What Is Student Loan Forbearance and When Should You Use It?

This option allows you to temporarily pause payments during hardship

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Student loan forbearance allows you to temporarily pause your student loan payments. These programs can offer relief when you're struggling financially. Losing your job, for example, could make it difficult to keep up with your monthly loan payments. Not making your payments and defaulting on student loans could wreak havoc on your credit score, and potentially trigger other negative financial impacts. Learn the pros and cons of forbearance to decide if it is right for you.

What Is Student Loan Forbearance?

Student loan forbearance is the temporary suspension or reduction of student loan payments. During a forbearance period, you're not required to pay anything toward the principal on your student loans. Interest can continue to accrue on your loans and be capitalized or added on to your balance at the end of the forbearance period. 

Forbearance for federal student loans can be general or mandatory. General forbearance is up your loan servicer's discretion. Reasons why general forbearance may be granted can include: 

  • Financial hardship
  • Incurring medical expenses
  • Change of employment

You can use general forbearance if you have federal direct loans, Federal Family Education Loans (FFEL), or Perkins loans. 

Mandatory forbearance is required under certain conditions. You can be approved for mandatory forbearance of student loan payments if you:

  • Serve in an AmeriCorps position for which you received a national service award
  • Serve in a medical or dental residency program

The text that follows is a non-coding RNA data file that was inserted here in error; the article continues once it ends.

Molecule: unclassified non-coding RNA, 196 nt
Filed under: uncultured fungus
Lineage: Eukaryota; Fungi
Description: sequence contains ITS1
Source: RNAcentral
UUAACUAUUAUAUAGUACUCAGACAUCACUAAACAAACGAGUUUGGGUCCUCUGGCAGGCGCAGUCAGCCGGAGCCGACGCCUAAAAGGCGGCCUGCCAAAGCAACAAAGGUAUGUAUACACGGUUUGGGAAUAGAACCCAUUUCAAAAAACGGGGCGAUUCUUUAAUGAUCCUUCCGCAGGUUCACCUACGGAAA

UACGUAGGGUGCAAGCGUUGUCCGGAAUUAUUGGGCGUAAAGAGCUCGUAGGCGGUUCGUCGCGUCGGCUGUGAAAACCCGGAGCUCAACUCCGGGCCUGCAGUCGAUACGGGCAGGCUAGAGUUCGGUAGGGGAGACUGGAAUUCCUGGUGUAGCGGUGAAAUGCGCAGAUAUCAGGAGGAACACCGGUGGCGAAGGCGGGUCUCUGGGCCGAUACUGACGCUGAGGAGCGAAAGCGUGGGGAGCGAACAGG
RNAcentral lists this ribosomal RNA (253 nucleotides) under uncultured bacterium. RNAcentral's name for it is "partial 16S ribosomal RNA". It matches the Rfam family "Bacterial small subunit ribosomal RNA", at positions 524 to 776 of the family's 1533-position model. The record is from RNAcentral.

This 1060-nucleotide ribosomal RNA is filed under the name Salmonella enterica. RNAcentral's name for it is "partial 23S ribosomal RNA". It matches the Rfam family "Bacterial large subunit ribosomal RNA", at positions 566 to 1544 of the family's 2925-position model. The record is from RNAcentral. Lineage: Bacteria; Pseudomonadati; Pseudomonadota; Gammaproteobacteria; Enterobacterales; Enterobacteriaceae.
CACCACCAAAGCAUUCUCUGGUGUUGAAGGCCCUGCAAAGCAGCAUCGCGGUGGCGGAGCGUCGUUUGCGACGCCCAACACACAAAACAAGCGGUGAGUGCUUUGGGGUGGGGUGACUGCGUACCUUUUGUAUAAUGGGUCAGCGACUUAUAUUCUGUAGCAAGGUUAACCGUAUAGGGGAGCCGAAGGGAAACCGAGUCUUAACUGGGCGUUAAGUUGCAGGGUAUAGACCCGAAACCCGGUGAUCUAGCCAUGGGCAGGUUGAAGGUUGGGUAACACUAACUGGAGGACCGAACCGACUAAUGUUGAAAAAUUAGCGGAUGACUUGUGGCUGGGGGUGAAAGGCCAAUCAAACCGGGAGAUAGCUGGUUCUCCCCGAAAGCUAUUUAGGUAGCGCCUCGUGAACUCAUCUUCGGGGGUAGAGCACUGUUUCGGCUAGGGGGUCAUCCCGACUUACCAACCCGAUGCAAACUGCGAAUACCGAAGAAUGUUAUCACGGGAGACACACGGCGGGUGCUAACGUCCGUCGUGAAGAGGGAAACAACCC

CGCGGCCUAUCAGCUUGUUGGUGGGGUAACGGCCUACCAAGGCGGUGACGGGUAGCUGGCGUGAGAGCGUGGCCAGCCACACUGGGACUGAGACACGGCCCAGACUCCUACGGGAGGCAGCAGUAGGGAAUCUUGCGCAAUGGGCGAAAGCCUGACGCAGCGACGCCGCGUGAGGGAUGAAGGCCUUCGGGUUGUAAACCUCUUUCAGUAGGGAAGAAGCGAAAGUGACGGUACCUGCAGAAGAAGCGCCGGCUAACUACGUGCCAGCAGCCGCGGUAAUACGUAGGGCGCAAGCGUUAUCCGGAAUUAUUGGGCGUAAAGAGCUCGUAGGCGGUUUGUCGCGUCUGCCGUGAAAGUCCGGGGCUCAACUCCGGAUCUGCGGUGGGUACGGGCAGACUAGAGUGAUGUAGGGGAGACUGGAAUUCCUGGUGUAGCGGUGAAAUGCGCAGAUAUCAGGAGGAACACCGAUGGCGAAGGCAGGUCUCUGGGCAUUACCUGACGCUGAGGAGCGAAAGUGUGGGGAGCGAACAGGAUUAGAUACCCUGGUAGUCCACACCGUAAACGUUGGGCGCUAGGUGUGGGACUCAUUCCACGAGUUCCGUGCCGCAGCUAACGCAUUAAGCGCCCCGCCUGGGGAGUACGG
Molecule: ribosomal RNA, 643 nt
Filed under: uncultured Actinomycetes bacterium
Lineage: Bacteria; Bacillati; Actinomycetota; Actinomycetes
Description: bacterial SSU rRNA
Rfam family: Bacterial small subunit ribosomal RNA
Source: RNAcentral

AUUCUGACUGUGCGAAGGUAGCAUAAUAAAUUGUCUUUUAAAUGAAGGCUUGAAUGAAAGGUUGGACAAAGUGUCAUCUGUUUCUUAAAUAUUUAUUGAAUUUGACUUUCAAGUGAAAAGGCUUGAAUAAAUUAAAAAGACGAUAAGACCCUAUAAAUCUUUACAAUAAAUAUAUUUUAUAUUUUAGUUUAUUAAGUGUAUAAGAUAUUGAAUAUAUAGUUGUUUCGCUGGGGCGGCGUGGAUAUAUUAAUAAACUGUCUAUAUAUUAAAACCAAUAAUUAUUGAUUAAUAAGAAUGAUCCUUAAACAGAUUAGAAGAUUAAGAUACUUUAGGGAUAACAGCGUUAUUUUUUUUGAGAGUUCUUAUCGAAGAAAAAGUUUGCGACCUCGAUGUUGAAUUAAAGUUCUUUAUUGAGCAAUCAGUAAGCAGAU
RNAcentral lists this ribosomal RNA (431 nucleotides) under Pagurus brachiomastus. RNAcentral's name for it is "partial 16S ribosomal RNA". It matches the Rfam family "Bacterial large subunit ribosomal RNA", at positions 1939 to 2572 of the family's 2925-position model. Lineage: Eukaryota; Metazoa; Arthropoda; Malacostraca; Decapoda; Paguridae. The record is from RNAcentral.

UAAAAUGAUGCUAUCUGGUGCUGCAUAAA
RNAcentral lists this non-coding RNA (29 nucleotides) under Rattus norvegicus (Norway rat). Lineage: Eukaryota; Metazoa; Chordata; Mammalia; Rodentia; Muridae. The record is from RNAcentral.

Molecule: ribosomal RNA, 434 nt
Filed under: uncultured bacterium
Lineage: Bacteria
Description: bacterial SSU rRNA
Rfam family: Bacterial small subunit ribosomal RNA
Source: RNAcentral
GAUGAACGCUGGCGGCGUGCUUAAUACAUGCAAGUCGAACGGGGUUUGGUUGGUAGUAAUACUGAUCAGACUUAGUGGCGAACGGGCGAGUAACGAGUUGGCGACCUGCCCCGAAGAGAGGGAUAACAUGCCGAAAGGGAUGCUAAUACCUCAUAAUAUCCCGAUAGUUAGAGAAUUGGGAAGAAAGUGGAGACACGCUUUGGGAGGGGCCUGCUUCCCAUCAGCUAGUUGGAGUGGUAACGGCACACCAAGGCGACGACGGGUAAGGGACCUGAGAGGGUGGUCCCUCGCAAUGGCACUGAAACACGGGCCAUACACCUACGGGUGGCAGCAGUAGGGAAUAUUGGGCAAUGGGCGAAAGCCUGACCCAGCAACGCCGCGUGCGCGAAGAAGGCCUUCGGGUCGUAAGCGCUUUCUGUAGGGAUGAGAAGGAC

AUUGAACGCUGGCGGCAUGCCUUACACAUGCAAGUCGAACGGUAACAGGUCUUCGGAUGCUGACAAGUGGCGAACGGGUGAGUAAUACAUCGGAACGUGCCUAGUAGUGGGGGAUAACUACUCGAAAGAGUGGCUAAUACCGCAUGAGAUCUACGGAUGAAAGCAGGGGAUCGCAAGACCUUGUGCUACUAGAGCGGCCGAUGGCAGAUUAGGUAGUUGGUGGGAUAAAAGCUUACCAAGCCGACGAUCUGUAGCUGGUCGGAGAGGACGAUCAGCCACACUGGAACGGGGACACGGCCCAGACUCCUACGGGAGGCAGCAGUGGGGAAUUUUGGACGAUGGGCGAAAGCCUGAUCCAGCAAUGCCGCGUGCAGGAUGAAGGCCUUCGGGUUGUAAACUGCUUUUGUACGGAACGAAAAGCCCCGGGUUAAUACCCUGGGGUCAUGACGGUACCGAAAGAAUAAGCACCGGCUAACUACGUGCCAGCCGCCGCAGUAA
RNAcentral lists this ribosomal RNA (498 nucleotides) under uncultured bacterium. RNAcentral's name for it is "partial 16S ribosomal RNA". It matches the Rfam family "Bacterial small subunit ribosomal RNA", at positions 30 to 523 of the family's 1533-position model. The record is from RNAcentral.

• Are a National Guard member who's been activated for duty
  • Perform services that would make you eligible for teacher loan forgiveness
  • Qualify for partial loan repayment under the U.S. Department of Defense Student Loan Repayment program
  • Have a monthly payment that is more than 20% of your total monthly gross income

Both general forbearance and mandatory forbearance periods can be granted for federal loans for up to 12 months at a time.

If you're already in default on federal student loans, meaning you're 270 or more days behind on payments, you are not eligible for forbearance. You'll need to consolidate or rehabilitate your loans to reinstate forbearance eligibility. 

Who Offers Student Loan Forbearance

The U.S. Department of Education offers student loan forbearance for eligible federal loans. But you may be wondering what your options are if you have private student loans

Private student loan servicers and lenders are not required to offer student loan forbearance, but many of them do provide options to borrowers who can't pay. According to Mark Kantrowitz, publisher and vice president of research at SavingforCollege.com, some private lenders even offer a partial forbearance, where the borrower makes interest-only payments during the forbearance.

"This provides financial relief while preventing the loan balance from growing larger," Kantrowitz said. Among lenders that do offer some form of student loan forbearance, the terms are set by each individually, and don't necessarily follow the same guidelines for approval and interest accrual as federal loans. 

Below you’ll find highlights of student loan forbearance policies from some of the top loan servicers. All terms for federal loans are dictated by the U.S. Department of Education.

Lender Forbearance Available Federal Loan
Forbearance Terms
Private Loan
Forbearance Terms
American Education Services (AES Yes, for eligible federal student loans and private student loans serviced by AES. General and mandatory forbearance are offered for up to 12 months at a time for federal loans. Varies by lender.
Great Lakes Yes, for eligible federal student loans. General and mandatory forbearance are offered for up to 12 months at a time for federal loans. Not applicable.
Navient Yes, for eligible federal student loans and private student loans. General and mandatory forbearance offered for up to 12 months for federal loans. Terms for private loans are determined case by case. Up to three months of forbearance is available for eligible private loan borrowers affected by COVID-19.